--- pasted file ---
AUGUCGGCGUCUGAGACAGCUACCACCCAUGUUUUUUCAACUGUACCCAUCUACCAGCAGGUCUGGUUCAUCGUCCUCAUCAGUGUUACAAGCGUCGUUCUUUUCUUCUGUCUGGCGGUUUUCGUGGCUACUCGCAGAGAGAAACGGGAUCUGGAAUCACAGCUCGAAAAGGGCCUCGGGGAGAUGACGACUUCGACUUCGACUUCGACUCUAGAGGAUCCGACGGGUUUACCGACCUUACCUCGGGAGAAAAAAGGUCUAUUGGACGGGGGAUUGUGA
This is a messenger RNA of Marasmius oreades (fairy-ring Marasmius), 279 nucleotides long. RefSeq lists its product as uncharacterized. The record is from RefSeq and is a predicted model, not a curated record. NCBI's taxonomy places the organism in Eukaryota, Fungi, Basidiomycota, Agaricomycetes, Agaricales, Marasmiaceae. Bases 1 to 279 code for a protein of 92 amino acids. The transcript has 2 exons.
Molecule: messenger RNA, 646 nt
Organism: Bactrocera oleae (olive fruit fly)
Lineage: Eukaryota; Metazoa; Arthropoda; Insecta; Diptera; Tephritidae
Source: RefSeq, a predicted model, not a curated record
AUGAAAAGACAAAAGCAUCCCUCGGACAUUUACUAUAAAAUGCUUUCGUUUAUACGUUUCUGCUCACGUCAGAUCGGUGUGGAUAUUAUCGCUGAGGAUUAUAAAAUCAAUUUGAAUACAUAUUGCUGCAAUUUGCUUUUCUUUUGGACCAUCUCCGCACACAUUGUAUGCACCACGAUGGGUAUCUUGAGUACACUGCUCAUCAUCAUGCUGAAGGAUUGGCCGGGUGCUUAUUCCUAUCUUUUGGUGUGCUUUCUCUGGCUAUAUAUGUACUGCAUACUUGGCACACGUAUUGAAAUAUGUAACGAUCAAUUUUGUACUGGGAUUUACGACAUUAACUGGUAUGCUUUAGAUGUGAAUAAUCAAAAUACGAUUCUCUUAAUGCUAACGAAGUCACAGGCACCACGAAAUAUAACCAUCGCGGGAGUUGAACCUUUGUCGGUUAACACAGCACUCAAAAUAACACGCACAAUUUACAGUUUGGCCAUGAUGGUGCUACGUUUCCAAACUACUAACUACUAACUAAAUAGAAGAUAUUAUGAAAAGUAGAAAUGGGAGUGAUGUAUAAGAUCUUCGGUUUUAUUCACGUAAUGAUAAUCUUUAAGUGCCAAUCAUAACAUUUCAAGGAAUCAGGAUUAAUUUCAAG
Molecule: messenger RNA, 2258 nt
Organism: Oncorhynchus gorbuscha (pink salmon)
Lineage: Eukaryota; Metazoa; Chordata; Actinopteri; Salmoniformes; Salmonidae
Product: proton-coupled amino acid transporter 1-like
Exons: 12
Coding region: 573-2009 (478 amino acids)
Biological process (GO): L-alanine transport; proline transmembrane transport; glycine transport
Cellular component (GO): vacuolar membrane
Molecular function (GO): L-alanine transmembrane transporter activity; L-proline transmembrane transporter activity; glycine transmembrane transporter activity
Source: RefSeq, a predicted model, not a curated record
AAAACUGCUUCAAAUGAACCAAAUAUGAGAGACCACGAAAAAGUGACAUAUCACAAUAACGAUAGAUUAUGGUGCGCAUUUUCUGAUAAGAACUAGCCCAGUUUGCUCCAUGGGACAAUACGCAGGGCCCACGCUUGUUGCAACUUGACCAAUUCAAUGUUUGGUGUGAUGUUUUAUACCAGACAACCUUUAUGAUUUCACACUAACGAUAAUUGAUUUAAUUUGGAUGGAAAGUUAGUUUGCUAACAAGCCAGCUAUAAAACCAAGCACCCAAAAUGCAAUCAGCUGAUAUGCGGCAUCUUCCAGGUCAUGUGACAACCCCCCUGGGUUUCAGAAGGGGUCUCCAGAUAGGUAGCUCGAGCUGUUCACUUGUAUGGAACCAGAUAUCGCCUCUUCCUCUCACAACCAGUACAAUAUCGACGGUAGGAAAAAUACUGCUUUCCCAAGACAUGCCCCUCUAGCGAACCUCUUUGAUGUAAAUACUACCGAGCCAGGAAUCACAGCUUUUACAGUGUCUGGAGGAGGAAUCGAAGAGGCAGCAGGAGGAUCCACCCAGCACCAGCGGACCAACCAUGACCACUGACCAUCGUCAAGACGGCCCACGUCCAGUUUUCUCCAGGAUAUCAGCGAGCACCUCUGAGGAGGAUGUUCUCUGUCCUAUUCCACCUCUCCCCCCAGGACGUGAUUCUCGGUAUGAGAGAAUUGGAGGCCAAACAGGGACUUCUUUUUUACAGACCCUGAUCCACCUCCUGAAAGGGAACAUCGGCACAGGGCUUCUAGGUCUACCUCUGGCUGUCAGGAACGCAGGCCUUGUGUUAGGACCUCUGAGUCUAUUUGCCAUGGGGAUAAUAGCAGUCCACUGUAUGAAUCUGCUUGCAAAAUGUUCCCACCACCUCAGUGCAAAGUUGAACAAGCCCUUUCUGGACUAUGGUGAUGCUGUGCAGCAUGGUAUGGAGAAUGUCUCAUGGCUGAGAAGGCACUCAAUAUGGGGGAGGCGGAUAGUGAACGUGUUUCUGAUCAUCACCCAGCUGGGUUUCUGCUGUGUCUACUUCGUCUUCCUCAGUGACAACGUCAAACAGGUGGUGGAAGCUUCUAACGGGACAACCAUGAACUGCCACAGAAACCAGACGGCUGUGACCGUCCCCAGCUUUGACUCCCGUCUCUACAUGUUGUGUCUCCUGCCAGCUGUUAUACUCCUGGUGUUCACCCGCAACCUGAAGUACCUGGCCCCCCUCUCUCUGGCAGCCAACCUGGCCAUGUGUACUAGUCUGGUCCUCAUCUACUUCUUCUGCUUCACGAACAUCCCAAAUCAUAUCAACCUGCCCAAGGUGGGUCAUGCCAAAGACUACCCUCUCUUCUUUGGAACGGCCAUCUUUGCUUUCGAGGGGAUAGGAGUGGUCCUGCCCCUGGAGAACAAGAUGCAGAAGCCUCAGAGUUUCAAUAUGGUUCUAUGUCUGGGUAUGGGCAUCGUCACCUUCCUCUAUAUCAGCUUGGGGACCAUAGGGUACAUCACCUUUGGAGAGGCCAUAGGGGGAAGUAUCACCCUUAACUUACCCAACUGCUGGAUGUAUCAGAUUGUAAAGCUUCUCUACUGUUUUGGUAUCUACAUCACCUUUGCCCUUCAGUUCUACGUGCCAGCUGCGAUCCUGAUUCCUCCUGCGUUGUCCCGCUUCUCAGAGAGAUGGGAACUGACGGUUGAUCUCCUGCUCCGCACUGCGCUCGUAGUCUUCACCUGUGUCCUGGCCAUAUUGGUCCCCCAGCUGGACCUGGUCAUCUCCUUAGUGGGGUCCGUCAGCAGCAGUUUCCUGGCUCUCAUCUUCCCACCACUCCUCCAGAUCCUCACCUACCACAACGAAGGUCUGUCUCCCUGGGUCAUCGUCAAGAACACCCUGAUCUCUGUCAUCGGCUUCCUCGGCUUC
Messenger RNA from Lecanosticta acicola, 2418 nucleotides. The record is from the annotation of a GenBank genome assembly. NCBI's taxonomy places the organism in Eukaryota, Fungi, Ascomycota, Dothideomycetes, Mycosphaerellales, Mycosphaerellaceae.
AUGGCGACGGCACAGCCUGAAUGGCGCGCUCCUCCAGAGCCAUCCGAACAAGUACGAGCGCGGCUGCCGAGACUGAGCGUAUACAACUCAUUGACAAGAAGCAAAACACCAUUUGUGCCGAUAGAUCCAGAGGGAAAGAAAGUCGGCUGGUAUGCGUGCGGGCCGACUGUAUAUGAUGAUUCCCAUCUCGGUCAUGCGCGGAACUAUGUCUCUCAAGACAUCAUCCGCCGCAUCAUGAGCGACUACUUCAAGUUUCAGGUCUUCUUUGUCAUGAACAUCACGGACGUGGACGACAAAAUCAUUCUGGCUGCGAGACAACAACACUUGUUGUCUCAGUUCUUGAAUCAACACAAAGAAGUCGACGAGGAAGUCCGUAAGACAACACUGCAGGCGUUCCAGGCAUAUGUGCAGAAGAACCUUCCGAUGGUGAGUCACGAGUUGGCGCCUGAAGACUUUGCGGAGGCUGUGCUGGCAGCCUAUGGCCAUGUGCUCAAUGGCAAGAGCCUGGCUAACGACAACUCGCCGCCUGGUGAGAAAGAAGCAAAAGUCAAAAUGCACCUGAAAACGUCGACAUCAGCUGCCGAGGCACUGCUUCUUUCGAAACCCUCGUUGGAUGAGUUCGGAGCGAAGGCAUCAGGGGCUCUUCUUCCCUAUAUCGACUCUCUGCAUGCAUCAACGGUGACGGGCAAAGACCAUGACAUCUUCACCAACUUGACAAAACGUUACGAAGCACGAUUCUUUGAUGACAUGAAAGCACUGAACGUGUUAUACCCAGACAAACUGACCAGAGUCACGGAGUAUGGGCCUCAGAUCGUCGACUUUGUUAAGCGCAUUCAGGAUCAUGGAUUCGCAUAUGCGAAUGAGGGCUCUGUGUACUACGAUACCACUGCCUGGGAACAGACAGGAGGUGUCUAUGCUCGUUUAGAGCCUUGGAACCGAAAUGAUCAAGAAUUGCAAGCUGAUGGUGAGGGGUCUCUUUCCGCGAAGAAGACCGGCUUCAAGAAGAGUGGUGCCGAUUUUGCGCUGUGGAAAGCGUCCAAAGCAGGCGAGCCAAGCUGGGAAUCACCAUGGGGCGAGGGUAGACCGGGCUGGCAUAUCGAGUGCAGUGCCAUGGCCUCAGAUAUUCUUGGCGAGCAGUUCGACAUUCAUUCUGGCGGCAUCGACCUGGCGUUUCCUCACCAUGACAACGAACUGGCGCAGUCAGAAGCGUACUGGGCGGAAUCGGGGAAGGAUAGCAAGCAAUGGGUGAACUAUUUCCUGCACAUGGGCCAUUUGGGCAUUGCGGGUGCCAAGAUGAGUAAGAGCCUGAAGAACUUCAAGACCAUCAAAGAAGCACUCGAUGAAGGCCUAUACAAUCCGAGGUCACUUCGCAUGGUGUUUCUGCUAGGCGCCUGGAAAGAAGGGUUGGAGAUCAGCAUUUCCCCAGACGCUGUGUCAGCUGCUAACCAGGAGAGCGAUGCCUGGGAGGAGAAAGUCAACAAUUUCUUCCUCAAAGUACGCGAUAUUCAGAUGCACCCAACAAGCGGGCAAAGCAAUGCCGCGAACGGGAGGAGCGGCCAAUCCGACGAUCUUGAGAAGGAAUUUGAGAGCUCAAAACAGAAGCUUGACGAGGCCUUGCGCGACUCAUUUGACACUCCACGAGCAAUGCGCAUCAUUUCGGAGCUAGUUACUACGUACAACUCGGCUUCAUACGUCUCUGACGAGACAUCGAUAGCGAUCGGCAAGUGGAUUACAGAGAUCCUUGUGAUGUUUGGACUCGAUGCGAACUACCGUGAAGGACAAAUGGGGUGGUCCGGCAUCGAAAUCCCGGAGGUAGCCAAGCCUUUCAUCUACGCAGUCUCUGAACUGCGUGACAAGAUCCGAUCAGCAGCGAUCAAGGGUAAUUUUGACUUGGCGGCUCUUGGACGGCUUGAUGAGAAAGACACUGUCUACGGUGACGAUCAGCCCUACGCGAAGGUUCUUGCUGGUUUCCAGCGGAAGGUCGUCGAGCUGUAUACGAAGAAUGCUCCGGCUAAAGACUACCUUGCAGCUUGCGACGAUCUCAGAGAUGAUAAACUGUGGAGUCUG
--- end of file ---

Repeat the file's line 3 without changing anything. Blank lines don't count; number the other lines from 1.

Molecule: messenger RNA, 646 nt